Joint Head of Clinical Negligence
Chris Moore is joint head of Hudgell Solicitors’ clinical negligence practice and is recognised as one of the country’s leading figures in supporting victims of serious clinical negligence, handling some of the most complex, high-value cases.
Chris’ experience has improved and transformed the lives of his clients by winning admissions of liability and ensuring interim payments are awarded at the earliest possible opportunity.
He has more than 25 years’ experience and a member of The Law Society Clinical Negligence Panel, for which only solicitors who can demonstrate extensive knowledge, skills and experience in dealing with high-value and complicated injury cases are selected.
Supporting people who are facing life-changing situations is a difficult, complicated, but truly rewarding role. I am proud to have a track record of securing seven figure damages settlements for clients in cases which, given the substantial damages quite rightly sought, are often fiercely contested by defendants. Cases involving catastrophic or brain injury, particularly those suffered at birth, require extensive legal and medical investigations.
Often families in such situations find their world transformed from one of normality to one of constant difficulty. I truly believe our role is to ensure we work to do the very best for them at all times, right from the start of our representation. Such cases often result in large settlements into the millions of pounds, but such awards are made to ensure all provisions are in place to ensure the client can live the most comfortable life possible.
Such cases are not focussed solely on final settlements, and our roles is to make a positive difference as soon as possible, from securing interim damages payments to providing extra care support and therapy or home adaptations.
I secured a damages settlement worth up to £20m in 2021 for a 17-year-old boy who was born with cerebral palsy.
The case alleged that an obstetrician failed to give appropriate advice to the boy’s mother in late pregnancy in 2004, when she had been worried about reduced fetal movements and a community midwife had been concerned her baby may be in the breech position.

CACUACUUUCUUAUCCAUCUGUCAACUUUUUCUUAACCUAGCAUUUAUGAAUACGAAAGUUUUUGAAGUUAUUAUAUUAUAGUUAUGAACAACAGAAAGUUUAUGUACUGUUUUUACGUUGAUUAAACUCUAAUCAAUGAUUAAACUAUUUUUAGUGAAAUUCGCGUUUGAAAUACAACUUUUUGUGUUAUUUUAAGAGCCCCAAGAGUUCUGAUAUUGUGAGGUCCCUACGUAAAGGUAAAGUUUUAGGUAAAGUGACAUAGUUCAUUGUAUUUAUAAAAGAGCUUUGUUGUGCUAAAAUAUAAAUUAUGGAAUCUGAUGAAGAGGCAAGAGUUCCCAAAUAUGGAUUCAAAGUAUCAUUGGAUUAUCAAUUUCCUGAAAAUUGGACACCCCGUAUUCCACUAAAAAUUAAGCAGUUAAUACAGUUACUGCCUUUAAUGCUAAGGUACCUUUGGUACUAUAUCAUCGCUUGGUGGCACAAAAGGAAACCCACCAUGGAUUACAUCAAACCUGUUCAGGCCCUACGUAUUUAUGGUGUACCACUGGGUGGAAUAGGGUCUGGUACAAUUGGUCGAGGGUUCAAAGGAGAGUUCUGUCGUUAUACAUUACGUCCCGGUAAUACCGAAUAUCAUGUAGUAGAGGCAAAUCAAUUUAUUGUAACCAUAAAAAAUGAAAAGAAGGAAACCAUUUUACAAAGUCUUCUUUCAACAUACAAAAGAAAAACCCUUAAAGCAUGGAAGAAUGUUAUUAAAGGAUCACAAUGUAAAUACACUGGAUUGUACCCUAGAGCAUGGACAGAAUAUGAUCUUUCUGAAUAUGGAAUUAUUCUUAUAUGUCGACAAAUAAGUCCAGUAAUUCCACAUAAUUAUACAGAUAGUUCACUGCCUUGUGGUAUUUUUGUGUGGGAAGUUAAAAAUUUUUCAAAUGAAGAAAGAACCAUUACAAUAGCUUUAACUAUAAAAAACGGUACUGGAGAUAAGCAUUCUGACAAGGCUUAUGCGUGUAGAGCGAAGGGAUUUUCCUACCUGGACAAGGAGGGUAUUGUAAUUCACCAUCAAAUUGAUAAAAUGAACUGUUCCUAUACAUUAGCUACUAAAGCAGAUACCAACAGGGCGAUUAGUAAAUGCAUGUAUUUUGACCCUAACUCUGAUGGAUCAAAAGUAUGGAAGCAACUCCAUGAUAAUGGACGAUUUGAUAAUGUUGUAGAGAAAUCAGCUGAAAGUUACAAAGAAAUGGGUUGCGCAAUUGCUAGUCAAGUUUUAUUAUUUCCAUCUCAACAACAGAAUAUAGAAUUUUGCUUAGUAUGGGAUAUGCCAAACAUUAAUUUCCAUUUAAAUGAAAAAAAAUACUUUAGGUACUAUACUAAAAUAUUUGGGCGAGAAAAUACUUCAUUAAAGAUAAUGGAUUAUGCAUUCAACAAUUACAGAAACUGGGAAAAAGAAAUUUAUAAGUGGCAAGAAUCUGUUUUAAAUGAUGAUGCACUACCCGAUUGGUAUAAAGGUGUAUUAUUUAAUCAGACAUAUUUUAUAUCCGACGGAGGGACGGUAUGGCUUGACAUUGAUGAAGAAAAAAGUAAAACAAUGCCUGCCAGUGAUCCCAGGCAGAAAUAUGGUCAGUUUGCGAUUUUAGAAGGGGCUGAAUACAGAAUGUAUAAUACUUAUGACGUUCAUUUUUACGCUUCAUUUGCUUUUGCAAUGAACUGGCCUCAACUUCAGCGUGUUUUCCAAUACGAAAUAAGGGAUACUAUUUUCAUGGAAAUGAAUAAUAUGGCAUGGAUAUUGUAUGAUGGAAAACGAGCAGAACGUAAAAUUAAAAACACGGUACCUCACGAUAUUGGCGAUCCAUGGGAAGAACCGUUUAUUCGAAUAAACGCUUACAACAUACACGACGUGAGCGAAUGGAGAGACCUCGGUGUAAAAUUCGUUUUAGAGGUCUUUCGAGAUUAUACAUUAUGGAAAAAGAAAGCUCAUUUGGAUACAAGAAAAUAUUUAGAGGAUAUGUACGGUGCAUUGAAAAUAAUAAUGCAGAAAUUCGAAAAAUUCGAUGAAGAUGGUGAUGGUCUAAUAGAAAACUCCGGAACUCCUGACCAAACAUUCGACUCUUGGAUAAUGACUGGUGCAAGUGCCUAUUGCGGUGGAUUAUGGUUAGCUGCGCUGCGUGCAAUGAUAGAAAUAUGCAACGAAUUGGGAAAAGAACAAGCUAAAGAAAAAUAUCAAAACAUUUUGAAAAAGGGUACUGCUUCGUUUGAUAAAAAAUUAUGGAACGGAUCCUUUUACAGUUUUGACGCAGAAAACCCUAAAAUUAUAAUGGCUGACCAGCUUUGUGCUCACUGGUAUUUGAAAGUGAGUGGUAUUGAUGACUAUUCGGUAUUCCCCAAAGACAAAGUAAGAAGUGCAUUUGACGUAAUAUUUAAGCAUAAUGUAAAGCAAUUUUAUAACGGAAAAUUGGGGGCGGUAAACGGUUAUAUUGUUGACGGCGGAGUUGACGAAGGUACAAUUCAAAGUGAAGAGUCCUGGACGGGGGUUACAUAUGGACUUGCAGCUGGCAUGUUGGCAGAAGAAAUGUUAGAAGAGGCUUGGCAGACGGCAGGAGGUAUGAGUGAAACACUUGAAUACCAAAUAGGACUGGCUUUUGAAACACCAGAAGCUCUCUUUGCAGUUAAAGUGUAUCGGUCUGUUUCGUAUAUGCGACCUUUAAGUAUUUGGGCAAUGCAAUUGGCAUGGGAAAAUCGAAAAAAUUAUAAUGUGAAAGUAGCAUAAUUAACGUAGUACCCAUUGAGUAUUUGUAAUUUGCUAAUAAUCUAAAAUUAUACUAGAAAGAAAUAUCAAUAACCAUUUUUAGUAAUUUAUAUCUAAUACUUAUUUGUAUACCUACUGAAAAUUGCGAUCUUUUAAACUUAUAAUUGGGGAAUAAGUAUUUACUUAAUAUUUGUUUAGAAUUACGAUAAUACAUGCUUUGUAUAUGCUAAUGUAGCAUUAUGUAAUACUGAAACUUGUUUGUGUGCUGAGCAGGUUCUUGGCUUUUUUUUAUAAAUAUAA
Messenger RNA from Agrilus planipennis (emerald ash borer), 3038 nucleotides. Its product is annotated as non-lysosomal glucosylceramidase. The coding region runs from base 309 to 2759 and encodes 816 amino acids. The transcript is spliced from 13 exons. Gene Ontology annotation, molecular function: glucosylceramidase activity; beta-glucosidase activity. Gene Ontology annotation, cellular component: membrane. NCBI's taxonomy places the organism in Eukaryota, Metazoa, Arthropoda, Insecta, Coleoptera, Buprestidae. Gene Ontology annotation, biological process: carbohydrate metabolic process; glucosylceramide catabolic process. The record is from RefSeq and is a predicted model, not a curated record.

When her labour failed to progress at The City Hospital in Nottingham, her baby was eventually delivered by caesarean section. The boy suffered permanent damage from chronic partial hypoxia which resulted in asymmetric quadriplegic cerebral palsy.
The trial took place over three days in London’s High Court and an interim payment of £500,000 was awarded. A final compensation settlement could be as high as £20m, based on how damages awards are calculated around the needs of life-long care and support.
The award was secured after years of the NHS Trust denying any error had been made.
In 2017 I secured a multi-million pound damages settlement for a teenage girl who was left with life-long injuries after a catalogue of errors during her mother’s pregnancy led to her being delivered at just 24 weeks.
The settlement was approved at the High Court and saw initial damages of £2m paid into a trust with further annual payments to be made each year of her life to cover an ongoing dedicated case manager to oversee the girl’s many support needs.
The settlement also covered the costs for the girl to have 24 hour care when she is older as she will be unable to live independently. Should she live into her mid-80s, as expected, the payments will total around £8m.
I have achieved several other seven-figure settlements, including for clients left suffering from avoidable Cerebral Palsy and Erb’s Palsy, and a person left with paralysis following a preventable stroke.
In all these cases the defendants strongly denied any responsibility and the claims were persistently rejected before justice prevailed.
Another well-known case I was involved in was Beck V MOD (Court of Appeal). This case led to new guidelines being laid down about the use of expert witnesses under which findings have to be disclosed whether they are favourable to a claimant or a defendant’s case or not, before a new expert can be instructed.
Career, qualifications and memberships
Chris’s latest reselection on the panel means he has been a member for 20 years.
His market-leading practice has led to ground-breaking changes in the law regarding the use of expert witness testimony, and he was named Personal Injury and Brain Injury Claims Lawyer of the Year in the 2016 Lawyer Monthly Legal Awards. In 2017 he secured damages potentially worth around £8m for a teenage girl left with lifelong injuries.
- Member of the Law Society’s Specialist Clinical Negligence Panel
- Advanced Diploma Personal Injury Litigation
- Personal Injury and Brain Injury Claims Lawyer of the Year in the 2016 Lawyer Monthly Legal Awards
"Thanks to help of Hudgell Solicitors and Chris Moore, who have been superb throughout the case and offered us so much support, we now know that despite always being vulnerable, she will always be protected, supported and cared for. That is very comforting to know."
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